While it’s a widely known fact that Q-Tip has several production credits on Mobb Deep’s The Infamous, not as many people know just how integral a role he played in the shaping the album’s sound.

Before Prodigy and Havoc were the grimiest duo to come out of Queensbridge, they were going by the name “Poetical Prophets”, and standing outside of record label buildings trying to get people to listen to their tape. Out of all the notable artists, A&Rs and record executives walking by, only one stopped to give their demo tape a listen: A Tribe Called Quest’s Q-Tip.

“Nobody would stop for us. Everybody was like, ‘I ain’t got time for that shit,’” Prodigy recalled in an interview with Mass Appeal. “Q-Tip came out the building, we asked him to listen to us and he stopped and he was like, ‘aiight.’ Listened to our shit, he was like, ‘yo, where y’all from?’ ‘We from Queens, yo.’ He was like, ‘yo, I like y’all. Come in the office, I’ma introduce y’all to some people.’ He introduced us to Chris Lighty that day and a bunch of people in the Rush Associated Labels in the Def Jam office  —  that’s how we met everybody.”

Shortly after, the duo changed their name to Mobb Deep, signed to 4th & B’way Records and release their debut album, Juvenile Hell, on April 13, 1993. Even with a single produced by DJ Premier, “Peer Pressure,” and “Hit It from the Back” charting on the Hot Rap Singles, the album flopped and Mobb Deep were dropped from their label.

A year later, fellow Queensbridge rapper Nas dropped his seminal debut Illmatic; an album that Prodigy credits for revitalising the duo and inspiring them to dig deeper artistically.

“We were still figuring out what Mobb Deep is, and how we should present ourselves and how the music industry works. Right around the time that album came out, Nas dropped Illmatic and it was just incredible,” Prodigy told Mass Appeal. “It made us look at ourselves, like ‘what the fuck is we doing? Look at this masterpiece this kid just made. We with him damn near every day.’”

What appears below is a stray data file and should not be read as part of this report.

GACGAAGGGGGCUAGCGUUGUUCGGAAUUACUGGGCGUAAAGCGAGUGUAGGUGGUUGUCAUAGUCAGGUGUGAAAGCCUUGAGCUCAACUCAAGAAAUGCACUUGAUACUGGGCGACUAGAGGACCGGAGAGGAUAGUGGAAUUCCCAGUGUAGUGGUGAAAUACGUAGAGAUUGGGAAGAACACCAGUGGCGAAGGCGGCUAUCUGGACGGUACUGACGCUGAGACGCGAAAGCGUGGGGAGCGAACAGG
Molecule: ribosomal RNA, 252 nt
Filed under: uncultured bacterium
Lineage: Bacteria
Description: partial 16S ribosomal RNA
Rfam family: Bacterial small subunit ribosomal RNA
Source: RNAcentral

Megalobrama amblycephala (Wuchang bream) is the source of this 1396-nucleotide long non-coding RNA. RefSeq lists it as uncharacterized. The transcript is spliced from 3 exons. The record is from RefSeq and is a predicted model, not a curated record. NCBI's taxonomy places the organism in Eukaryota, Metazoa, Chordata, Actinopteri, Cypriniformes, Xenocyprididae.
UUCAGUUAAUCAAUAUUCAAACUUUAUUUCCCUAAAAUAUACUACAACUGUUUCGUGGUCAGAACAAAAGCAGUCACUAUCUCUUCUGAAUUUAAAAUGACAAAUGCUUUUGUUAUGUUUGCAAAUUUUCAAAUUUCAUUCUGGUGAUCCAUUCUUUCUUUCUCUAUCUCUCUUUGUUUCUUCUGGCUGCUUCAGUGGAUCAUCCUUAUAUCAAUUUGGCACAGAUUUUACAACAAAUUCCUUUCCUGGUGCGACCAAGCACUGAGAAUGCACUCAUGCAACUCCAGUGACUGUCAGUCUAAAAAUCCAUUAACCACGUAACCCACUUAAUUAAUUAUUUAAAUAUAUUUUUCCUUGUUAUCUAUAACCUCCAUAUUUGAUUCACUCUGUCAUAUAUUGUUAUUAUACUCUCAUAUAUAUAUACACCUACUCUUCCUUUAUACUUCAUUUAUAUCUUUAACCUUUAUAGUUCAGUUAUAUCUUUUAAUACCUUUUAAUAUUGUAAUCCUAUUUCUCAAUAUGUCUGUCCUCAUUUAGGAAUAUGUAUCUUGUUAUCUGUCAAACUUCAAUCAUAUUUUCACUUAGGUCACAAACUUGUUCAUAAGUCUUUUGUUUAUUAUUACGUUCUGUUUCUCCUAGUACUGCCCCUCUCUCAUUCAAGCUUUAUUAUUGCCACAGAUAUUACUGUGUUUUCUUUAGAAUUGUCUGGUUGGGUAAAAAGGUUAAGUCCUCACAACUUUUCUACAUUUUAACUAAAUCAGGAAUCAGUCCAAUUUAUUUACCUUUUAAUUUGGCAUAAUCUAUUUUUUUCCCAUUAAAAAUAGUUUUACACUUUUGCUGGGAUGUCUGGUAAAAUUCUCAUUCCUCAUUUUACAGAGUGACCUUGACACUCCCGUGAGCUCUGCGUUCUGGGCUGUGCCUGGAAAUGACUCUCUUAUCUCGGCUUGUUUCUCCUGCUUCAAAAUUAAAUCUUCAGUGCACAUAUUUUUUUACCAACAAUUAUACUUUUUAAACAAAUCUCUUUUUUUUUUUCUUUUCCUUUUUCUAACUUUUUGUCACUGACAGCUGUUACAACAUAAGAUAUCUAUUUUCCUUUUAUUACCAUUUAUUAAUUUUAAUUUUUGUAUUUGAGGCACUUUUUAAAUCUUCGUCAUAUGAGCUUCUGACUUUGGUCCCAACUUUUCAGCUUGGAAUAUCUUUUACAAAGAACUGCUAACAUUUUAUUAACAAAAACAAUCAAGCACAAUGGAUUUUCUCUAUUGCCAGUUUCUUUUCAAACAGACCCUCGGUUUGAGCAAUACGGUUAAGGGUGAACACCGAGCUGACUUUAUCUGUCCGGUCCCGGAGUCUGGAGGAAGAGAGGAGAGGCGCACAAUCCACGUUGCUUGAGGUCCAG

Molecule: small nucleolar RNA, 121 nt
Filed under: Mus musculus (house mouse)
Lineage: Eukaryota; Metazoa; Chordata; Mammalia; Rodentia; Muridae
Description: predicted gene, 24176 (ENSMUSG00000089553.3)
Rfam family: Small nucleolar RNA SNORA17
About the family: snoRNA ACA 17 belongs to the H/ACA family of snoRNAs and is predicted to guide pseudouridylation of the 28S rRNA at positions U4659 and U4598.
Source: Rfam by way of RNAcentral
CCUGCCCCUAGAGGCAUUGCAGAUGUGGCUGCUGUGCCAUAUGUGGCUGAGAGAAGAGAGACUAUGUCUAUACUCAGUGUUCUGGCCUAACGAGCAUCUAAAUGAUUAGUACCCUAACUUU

With a new deal signed with Loud Records, P and Hav got back into the studio to work on The Infamous. While they were working on the album, Q-Tip came back around and offered to help with the music.

Schott “Free” Jacobs, who was the executive producer and A&R for Loud Records at the time, recalled the moment in an interview with Complex: “Mobb Deep came in saying, ‘We ran into Q-Tip and Tip was like, ‘I wanna help out.’ Before I knew it, I think that Matty had put in a call to Chris Lighty and we all sat. We discussed a nice little price range. It was cool to have Tip come in and be in charge of mixing the record. Some records were scrapped completely.”

In addition to producing three songs on the album – “Give Up the Goods (Just Step)”, “Temperature’s Rising” and “Drink Away the Pain (Situations)” – Tip also oversaw production across the whole project.

“He helped bring us in and his production is crazy so we brought him in to consult for us. He executive produced the album, basically,” Prodigy recalled. “He helped us out with drum patterns, he helped us tighten our sound up. Most of the songs on there—but not all of them—had his input. Like, ‘Yo, I think y’all should do this to this, add a little snare here, or a delay there.’ Little things like that. It just came natural.”

“The album was pretty tight, but once Tip comes around he hears different things. He changes kicks, snares, whatever. Also, you get to watch Havoc implement what he had already known with a cat like Tip and Tip showing him everything he knew. Showing him a format, a formula, and even how to double on the kicks. It’s just kinda ill how he just came in and just cleaned it up. His influence is mostly sonically. Playing any of those records in the club, the drums and everything is big. Tip was always a master of making a record sound huge.

The Making of Mobb Deep’s ‘The Infamous’ | Complex